UX Research & User Testing Course

Types of User Tests: Tree Test

When working on a website, it's common to have concerns about whether users can find specific pieces of content. If you don't have a prototype yet, a tree test is a good way to test information findability.

Tree Testing: User-Friendly Navigation

In a tree test, users are presented with a simplified version of your website’s navigation structure and asked to find specific items or complete certain tasks. It’s like giving them a map and observing how easily they can reach their desired location. By analyzing the paths users take and identifying any deadends or confusing detours, you can pinpoint areas where your navigation needs improvement.

Tree testing is your secret weapon for creating a website that users can navigate with ease and confidence. It helps you optimize your site’s structure, ensuring that users can find what they need quickly and efficiently.

Setting Up a Tree Test

  1. Log into UX Metrics and go to the Tree Tests section.
  2. Create a new tree test and give it a name (e.g., “Tree Test”).
  3. (Optional) Edit the welcome message, participant instructions, and thank you message.
  4. Enter the information architecture of your site, including main sections and subsections (e.g., About > Company History, Case Studies, Products, Services).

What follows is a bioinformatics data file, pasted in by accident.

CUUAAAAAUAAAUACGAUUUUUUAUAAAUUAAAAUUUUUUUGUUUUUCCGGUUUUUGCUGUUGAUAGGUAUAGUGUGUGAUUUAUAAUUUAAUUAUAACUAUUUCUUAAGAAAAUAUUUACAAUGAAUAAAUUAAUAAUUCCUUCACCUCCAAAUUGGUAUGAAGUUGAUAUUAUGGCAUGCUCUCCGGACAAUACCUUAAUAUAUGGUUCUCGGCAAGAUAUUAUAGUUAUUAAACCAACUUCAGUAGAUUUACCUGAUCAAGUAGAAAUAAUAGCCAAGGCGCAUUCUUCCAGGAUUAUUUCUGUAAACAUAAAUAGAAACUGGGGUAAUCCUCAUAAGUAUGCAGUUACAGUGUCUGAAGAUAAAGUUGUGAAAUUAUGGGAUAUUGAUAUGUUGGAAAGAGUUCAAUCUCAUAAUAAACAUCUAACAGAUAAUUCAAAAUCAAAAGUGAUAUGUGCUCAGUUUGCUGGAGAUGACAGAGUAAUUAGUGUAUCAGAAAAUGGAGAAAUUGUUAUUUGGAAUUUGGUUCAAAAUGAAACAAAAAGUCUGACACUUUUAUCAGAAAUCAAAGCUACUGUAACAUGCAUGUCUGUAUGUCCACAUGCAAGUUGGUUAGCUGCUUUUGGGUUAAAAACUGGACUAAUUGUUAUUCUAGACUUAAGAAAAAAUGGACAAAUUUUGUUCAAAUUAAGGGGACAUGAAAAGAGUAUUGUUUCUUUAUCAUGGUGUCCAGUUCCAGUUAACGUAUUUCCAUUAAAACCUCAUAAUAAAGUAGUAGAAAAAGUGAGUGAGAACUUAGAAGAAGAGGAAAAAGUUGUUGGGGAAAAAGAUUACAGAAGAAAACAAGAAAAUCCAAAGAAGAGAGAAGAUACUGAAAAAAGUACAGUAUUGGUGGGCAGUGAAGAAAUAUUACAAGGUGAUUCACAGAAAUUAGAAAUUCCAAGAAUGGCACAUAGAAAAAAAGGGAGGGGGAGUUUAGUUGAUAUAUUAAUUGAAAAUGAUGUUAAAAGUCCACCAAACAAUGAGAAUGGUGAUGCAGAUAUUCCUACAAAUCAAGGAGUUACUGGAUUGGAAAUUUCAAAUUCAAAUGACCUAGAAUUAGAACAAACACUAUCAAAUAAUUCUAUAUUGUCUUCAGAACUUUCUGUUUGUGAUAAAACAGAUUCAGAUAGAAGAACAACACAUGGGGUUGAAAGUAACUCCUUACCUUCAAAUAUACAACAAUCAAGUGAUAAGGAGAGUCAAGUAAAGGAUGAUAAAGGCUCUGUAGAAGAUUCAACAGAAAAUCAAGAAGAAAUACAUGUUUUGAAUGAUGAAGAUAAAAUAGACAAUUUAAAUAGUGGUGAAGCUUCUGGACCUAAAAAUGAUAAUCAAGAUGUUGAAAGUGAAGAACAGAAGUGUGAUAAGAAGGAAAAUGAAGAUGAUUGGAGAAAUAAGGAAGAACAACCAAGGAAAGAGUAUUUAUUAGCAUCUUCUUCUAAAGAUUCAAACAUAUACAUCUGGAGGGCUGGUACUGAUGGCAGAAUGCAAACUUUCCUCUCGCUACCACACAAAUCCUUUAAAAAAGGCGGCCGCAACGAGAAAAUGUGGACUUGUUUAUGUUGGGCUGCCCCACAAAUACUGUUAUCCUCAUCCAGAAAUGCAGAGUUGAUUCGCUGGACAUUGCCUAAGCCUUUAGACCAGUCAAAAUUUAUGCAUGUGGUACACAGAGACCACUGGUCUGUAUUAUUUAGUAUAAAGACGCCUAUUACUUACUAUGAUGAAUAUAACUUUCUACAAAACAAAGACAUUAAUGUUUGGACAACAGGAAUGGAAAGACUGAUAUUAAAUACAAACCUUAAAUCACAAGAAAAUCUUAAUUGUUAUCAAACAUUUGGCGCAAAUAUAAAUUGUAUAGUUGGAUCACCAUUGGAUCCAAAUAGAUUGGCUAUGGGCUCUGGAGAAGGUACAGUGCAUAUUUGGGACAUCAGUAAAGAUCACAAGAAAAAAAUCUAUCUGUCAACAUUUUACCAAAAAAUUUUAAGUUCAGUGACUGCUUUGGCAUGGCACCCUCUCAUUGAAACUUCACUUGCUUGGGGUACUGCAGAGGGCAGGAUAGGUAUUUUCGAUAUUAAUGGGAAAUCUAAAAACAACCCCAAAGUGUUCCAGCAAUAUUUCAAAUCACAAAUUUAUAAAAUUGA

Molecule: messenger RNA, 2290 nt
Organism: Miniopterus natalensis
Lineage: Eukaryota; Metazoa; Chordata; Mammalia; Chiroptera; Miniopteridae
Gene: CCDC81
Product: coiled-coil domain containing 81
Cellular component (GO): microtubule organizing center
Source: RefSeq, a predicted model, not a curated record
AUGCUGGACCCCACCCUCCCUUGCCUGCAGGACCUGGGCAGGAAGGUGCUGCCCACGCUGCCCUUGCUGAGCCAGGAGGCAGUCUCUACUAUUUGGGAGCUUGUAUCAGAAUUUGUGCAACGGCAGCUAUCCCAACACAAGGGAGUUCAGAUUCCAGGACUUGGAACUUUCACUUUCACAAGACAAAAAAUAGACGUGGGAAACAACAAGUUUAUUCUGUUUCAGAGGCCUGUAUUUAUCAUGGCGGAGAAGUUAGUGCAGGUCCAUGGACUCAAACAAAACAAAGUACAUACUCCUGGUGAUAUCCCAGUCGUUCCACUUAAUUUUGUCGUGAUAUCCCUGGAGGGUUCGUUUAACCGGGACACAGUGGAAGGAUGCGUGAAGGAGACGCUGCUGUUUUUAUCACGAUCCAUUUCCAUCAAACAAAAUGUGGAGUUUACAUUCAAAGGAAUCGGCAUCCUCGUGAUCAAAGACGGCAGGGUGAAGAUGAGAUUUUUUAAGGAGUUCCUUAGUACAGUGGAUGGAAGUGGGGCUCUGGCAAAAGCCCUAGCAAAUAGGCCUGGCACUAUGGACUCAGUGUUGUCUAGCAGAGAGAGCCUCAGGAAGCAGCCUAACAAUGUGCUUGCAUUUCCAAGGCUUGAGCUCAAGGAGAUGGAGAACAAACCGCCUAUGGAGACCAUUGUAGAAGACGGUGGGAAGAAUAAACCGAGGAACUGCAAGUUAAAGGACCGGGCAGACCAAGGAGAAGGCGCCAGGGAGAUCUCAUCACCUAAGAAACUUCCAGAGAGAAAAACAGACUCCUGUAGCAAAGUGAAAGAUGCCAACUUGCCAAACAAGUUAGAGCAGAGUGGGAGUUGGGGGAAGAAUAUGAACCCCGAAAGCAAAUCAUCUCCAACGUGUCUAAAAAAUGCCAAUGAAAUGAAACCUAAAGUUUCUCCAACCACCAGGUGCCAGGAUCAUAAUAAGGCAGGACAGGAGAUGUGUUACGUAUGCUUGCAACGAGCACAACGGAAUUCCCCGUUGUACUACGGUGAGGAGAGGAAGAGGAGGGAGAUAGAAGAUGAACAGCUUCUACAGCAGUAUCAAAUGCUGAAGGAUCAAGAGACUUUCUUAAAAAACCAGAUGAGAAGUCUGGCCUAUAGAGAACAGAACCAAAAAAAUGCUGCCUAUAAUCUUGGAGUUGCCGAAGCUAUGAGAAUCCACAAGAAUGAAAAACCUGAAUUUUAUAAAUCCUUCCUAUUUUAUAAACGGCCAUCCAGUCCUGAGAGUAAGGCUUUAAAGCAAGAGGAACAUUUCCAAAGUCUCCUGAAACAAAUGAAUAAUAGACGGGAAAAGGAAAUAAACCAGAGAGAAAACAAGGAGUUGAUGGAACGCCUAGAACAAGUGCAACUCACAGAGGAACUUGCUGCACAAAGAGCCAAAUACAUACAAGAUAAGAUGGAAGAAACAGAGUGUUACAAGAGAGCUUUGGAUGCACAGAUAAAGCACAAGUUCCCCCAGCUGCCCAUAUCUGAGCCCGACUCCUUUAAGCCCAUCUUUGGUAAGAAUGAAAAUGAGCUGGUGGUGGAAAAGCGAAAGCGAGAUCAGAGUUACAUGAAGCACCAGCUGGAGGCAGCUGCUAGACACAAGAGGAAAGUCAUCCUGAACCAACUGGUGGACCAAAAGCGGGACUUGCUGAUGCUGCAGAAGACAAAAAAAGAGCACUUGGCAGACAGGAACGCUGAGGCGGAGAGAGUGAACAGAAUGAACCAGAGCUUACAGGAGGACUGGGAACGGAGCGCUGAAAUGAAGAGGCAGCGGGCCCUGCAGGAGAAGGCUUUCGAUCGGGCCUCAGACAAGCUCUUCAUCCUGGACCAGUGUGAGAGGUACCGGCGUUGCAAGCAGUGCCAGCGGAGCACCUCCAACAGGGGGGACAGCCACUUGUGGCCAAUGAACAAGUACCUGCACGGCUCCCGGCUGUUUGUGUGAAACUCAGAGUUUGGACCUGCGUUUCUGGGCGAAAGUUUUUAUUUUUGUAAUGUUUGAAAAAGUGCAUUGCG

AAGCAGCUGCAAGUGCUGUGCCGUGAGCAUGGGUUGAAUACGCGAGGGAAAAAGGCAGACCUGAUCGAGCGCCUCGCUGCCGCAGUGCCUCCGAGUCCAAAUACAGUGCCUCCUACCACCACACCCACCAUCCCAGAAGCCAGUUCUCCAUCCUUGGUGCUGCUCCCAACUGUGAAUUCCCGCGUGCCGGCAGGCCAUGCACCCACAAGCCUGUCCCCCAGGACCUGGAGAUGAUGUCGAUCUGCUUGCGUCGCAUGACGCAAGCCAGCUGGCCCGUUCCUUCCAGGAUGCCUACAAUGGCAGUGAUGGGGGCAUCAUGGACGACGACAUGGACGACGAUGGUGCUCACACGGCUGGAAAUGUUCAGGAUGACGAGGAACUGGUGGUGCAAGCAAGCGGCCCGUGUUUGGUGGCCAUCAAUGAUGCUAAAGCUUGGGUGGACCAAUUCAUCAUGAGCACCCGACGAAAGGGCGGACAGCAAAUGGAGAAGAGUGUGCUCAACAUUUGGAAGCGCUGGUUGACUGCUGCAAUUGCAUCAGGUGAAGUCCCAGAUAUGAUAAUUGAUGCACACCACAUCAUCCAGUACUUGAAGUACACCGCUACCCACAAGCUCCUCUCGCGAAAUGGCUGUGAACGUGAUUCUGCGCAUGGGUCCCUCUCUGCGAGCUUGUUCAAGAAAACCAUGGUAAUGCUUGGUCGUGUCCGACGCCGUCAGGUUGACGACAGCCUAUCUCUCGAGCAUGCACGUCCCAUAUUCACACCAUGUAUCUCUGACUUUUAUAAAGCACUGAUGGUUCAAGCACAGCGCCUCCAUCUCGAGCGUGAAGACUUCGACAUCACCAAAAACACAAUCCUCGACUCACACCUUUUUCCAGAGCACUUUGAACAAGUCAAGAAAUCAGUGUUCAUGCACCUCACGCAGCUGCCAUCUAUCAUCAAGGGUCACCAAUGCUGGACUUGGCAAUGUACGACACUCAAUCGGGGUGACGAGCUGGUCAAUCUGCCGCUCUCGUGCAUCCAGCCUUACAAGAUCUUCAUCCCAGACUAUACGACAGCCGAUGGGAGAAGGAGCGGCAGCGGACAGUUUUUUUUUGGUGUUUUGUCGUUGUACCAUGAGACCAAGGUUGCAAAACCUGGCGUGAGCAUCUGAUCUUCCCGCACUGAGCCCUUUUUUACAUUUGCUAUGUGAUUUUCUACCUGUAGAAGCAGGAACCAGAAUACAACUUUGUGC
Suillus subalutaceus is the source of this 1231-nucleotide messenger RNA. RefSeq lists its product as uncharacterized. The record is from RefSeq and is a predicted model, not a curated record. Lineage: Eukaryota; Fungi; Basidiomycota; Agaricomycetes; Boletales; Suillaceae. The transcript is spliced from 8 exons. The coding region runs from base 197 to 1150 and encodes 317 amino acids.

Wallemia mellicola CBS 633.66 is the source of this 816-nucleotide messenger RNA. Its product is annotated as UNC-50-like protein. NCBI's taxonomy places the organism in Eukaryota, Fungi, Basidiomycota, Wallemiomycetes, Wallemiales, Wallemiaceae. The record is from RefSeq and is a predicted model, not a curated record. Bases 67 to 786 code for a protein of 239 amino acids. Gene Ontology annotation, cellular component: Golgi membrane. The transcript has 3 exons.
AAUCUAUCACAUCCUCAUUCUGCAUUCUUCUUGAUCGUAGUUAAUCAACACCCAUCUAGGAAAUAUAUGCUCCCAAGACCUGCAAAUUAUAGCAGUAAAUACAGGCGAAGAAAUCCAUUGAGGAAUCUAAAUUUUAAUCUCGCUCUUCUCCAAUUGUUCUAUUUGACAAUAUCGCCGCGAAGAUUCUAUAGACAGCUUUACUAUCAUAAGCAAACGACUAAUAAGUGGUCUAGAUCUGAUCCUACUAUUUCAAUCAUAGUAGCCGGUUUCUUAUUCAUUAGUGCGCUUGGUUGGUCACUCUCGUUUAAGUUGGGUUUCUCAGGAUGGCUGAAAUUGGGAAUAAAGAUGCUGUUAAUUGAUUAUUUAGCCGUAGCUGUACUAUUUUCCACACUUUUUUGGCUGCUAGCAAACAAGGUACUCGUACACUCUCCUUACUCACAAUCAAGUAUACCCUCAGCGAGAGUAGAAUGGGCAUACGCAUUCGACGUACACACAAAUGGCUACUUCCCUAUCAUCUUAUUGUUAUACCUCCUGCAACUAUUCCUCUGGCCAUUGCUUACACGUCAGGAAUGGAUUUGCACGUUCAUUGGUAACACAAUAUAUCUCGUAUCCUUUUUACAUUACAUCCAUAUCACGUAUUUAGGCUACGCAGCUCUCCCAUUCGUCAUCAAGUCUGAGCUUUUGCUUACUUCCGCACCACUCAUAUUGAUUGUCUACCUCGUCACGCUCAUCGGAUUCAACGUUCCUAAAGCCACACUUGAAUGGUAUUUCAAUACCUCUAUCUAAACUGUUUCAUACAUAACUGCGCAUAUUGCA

5. Add tasks for users to complete (e.g., “Where would you look if you are trying to find a particular team member?”) and set the correct choice for each task.
  6. (Optional) Adjust additional options and settings.
  7. Preview your tree test or generate a link to share with participants.

Participant Experience

  1. Participants see the welcome message and instructions.
  2. They are presented with the first task (e.g., “Where would you look if you are trying to find a particular team member?”).
  3. Participants click on the section or subsection where they think the information would be located and confirm their choice.
  4. They continue through the remaining tasks.

Analyzing Results

  1. Go back to UXmetrics and navigate to the Tree Testing section.
  2. Select the tree test you want to analyze and view the report.
  3. For each task, you can see the success rate, the successful route, and the percentage of participants who navigated directly to the correct location.
  4. If some participants navigated to the correct link indirectly, you can click to see the different routes they took.
  5. Use this information to identify areas where you might want to consider adding additional links or improving the information architecture.

The Value of Tree Testing

Tree testing is a valuable method for assessing the findability of information within a website’s structure, even before creating a prototype. By setting up a tree test in a tool like UXmetrics, you can present users with a series of tasks and analyze their navigation paths to locate specific content. This approach helps identify potential issues with the information architecture and reveals opportunities for improvement, such as adding links in sections where users commonly look for certain information. By conducting tree tests and iterating on the site structure based on the results, you can create a more intuitive and user-friendly website that allows users to easily find the content they need.

Tree Tests Video Transcript

It’s not unusual when you’re working on a website to have concerns about whether users are able to find particular pieces of content.

And if you’re early on and you don’t have a prototype yet, then a tree test is a good way of solving it.

You can test whether or not someone can find information using a tool called UXmetrics.